Then I knew. Calmly I asked one of the children to get my slacks and shirt, and by the time my wife arrived I was almost dressed. “Honey,” I said quietly, “I’m having a heart attack. Please drive me to the clinic, but don’t alarm the children.” Buttoning my shirt, she told our daughters that Daddy didn’t feel well so she was taking him to the clinic.
Five minutes to the clinic. Yes, the EKG shows something. The pain is constant but I can finally get enough air, thanks to the oxygen. Into the rescue squad ambulance, more oxygen, and quickly to the emergency room of the nearest hospital—a fifteen-minute trip with siren, lights, and the beginning of some urgent questions in my pain-filled mind. Ellagene calls home to have our oldest girl call our home teachers. More tests, more pain, more confirmation. Our home teacher is out of town, but someone else is coming. I have no veins!—or so the nurse concludes—but on the fifth try I’m hooked up to a bottle of glucose. My feet are freezing because they’ve taken away my shoes. Both the bishop’s counselors arrive and administer to me, blessing me that the heart attack is mild and my recovery will be without incident or complication. For the first time in three hours, Ellagene stops shaking. Another two hours of whispered I love yous and hand-holding and I am wired in to the six-million-dollar-man equipment of the cardiac care unit. All I see is the oscilloscope, and a “bleep, bleep, bleep” fills my ears. Ellagene heads home, and sleep comes through narcotic pain killers.
My four days in the cardiac care unit passed with dulling slowness. I was spared the fear and anxiety that overcome many such patients because I knew that I had been blessed by the priesthood of God, but I was mentally numb. During the ten-minute visits with Ellagene I rattled off a series of instructions to be relayed to my recently assigned administrative assistant at the office. Ellagene brought in my “Church briefcase” so I could sort the newsletter material for the bishopric to assign to a new editor.
Finally, and slowly, I began to realize: my pace had slowed, but the Church carried on and the office was in good hands. My boss, a wise colonel, visited me and said: “Ed, that place will keep running long after you and I are gone; when you get some age on you, your priorities will change.” I thought to myself, he retires this spring and his priorities have already changed.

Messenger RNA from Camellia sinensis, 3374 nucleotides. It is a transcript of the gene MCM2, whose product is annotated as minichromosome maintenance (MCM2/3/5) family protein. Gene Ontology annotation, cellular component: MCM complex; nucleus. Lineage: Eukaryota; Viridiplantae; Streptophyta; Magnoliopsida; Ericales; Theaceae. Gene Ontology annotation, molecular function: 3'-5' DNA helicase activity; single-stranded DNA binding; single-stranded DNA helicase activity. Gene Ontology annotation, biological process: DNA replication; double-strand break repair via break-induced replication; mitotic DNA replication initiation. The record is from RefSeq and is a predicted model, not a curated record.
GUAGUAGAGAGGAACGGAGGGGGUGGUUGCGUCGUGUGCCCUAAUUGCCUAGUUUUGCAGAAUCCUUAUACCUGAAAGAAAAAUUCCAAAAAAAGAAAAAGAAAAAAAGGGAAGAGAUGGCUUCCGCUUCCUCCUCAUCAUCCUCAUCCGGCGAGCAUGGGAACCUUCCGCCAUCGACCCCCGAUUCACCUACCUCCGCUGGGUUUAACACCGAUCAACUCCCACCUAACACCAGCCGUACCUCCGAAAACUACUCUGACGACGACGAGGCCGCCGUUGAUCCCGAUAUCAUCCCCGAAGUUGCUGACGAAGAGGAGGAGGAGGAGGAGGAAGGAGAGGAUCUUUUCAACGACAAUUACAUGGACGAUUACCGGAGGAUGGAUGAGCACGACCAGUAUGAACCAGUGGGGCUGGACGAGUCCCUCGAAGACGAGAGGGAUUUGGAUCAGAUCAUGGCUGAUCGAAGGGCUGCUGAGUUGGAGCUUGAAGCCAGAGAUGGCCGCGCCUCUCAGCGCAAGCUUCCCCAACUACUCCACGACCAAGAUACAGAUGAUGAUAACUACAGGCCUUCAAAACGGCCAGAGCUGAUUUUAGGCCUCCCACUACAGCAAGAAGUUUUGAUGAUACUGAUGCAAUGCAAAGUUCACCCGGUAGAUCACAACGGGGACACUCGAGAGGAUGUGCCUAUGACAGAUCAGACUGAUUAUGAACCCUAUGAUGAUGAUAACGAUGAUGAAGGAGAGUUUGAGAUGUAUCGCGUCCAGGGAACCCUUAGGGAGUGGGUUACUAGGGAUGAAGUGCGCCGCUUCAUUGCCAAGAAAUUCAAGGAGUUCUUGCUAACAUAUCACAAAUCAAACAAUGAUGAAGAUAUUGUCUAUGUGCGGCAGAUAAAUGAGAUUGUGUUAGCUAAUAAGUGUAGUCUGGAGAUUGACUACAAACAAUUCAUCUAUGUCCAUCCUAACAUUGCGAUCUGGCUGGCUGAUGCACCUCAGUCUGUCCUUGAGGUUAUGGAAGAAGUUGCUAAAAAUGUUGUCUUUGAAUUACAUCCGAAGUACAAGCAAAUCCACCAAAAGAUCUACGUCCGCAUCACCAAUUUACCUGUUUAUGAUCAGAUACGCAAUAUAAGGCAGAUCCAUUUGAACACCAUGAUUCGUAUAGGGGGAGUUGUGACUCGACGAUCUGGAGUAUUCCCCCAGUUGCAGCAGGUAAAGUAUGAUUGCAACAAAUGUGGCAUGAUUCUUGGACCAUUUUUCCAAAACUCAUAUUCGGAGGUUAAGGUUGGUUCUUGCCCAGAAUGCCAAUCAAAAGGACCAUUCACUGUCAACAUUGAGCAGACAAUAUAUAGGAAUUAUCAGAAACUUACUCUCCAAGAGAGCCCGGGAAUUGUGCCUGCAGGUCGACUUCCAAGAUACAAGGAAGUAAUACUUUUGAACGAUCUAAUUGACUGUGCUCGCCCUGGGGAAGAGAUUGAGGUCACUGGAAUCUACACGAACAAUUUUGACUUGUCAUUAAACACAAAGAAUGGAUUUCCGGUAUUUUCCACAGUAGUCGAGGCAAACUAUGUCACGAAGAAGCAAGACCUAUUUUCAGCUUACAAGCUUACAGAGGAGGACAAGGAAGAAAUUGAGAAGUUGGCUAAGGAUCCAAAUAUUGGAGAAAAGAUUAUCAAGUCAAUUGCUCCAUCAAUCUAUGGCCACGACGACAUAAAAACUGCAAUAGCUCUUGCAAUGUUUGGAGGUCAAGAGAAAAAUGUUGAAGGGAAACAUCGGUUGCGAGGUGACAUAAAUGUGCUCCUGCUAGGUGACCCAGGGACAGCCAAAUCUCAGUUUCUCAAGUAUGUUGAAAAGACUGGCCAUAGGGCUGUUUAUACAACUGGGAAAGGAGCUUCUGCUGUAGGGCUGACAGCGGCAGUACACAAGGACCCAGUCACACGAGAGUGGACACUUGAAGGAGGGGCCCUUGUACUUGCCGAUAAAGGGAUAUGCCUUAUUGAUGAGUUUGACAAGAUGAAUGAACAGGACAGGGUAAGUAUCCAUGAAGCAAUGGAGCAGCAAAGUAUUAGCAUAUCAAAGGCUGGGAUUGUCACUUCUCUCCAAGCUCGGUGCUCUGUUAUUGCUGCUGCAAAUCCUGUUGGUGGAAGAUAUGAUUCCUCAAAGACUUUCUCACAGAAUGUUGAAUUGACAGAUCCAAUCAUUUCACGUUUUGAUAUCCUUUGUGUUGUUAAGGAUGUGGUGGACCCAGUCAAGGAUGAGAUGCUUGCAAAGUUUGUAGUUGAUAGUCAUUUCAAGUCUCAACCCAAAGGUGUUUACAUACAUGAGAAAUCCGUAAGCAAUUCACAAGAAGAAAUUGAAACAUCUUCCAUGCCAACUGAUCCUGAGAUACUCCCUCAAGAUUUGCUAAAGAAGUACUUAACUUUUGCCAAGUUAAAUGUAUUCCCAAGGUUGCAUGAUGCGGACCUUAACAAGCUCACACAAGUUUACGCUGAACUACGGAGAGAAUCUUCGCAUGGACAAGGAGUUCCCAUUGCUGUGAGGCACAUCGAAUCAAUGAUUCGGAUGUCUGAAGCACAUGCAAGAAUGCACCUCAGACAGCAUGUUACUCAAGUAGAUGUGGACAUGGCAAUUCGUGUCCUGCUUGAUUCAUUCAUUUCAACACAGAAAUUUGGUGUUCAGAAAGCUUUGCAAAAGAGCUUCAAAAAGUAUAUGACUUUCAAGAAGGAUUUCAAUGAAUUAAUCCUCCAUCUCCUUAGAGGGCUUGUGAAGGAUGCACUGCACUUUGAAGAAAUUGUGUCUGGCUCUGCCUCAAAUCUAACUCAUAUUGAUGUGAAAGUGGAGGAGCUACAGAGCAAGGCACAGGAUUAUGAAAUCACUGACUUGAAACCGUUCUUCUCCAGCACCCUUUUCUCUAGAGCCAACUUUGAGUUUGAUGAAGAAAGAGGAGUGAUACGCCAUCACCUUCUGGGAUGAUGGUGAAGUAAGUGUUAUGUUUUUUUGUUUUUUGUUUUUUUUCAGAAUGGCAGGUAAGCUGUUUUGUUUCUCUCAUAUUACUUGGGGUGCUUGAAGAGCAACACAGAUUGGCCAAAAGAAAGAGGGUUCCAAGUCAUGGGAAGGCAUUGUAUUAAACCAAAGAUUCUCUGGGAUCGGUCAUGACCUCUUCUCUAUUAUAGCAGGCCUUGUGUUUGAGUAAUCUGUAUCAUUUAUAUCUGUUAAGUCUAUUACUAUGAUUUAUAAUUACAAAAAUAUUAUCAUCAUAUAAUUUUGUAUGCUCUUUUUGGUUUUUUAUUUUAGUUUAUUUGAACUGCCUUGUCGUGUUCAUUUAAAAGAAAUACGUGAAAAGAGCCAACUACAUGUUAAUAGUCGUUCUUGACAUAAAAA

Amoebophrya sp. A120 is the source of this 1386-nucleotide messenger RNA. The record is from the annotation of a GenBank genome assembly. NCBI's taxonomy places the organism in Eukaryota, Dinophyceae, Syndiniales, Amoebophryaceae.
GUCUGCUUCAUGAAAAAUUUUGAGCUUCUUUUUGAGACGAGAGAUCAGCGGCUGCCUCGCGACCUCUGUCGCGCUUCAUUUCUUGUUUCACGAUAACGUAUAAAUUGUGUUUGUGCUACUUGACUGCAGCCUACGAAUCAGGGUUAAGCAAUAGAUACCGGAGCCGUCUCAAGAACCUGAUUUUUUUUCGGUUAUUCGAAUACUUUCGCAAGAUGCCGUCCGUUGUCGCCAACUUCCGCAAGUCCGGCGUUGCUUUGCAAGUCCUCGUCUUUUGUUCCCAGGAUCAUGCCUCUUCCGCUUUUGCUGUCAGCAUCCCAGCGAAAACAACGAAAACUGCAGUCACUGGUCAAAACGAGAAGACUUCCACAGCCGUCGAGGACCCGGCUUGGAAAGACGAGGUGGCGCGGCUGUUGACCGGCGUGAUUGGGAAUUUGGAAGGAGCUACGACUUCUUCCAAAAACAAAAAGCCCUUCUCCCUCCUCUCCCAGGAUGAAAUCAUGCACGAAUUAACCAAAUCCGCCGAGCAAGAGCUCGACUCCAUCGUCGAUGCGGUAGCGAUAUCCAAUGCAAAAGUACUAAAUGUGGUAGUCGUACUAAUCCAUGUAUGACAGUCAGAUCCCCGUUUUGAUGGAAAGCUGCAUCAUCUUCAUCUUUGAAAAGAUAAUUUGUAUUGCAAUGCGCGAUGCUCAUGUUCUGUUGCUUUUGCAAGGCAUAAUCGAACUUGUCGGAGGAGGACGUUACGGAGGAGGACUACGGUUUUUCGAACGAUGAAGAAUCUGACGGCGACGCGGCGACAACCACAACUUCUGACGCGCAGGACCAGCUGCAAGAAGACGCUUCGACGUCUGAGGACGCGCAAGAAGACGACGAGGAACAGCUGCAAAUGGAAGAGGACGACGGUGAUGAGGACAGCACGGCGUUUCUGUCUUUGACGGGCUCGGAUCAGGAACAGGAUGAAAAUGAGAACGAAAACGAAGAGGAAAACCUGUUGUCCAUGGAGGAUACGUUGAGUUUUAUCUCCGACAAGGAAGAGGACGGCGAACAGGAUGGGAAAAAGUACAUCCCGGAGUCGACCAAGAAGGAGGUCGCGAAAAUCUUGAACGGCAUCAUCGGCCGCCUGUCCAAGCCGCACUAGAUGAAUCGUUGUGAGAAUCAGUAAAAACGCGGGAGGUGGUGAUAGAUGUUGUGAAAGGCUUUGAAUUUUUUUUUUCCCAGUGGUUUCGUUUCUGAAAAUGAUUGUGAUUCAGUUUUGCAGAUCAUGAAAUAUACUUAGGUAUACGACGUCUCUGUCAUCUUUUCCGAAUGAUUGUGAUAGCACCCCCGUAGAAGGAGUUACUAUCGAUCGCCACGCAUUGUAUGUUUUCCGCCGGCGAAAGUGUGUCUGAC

I suppose it was during the second week at the hospital, when I was in a semiprivate room and on my fourth Church book (a luxury I hadn’t made time for in years), that his meaning suddenly hit me with full impact. I remembered my sixteen-month-old son, who just five weeks before had hung limp in my arms with a 105° fever: he had suddenly hugged me and said “Da” in a tone that meant “Oh, Daddy, I love you. I need you. I don’t know what’s wrong with me but I know that you can make it all okay.” Images of my wife and each of my children flashed through my mind. I sobbed the bitter tears of one who wishes he’d learned sooner.
Well, I’m home now and the doctor says that it was a mild heart attack, uncommonly free of complications. Within two months, he says, I can go back to a normal existence. Normal existence? I don’t want that if it means what I had before.
I once read an insight someone had concerning the relationship of the Word of Wisdom to the commandment Thou shalt not kill. The author’s thought was that we shouldn’t kill anyone—not even ourselves—either violently or slowly through disobedience. By placing less emphasis on my professional life and more on my family, by careful attention to my eating and exercise habits, and by proper performance—and even, when appropriate, delegation—of the duties of my Church callings, I will for the first time be able to “run and not be weary, … walk and not faint.” (D&C 89:20.)
Normal existence? I haven’t gotten around to my genealogy in several years; there is much I don’t know of the basic principles of the gospel; my family has all but grown up without me. I have found that this body of mine, a temple, has limitations I had not suspected. Colonel, I’m changing my priorities—and it’s the hardest thing I’ve ever had to do.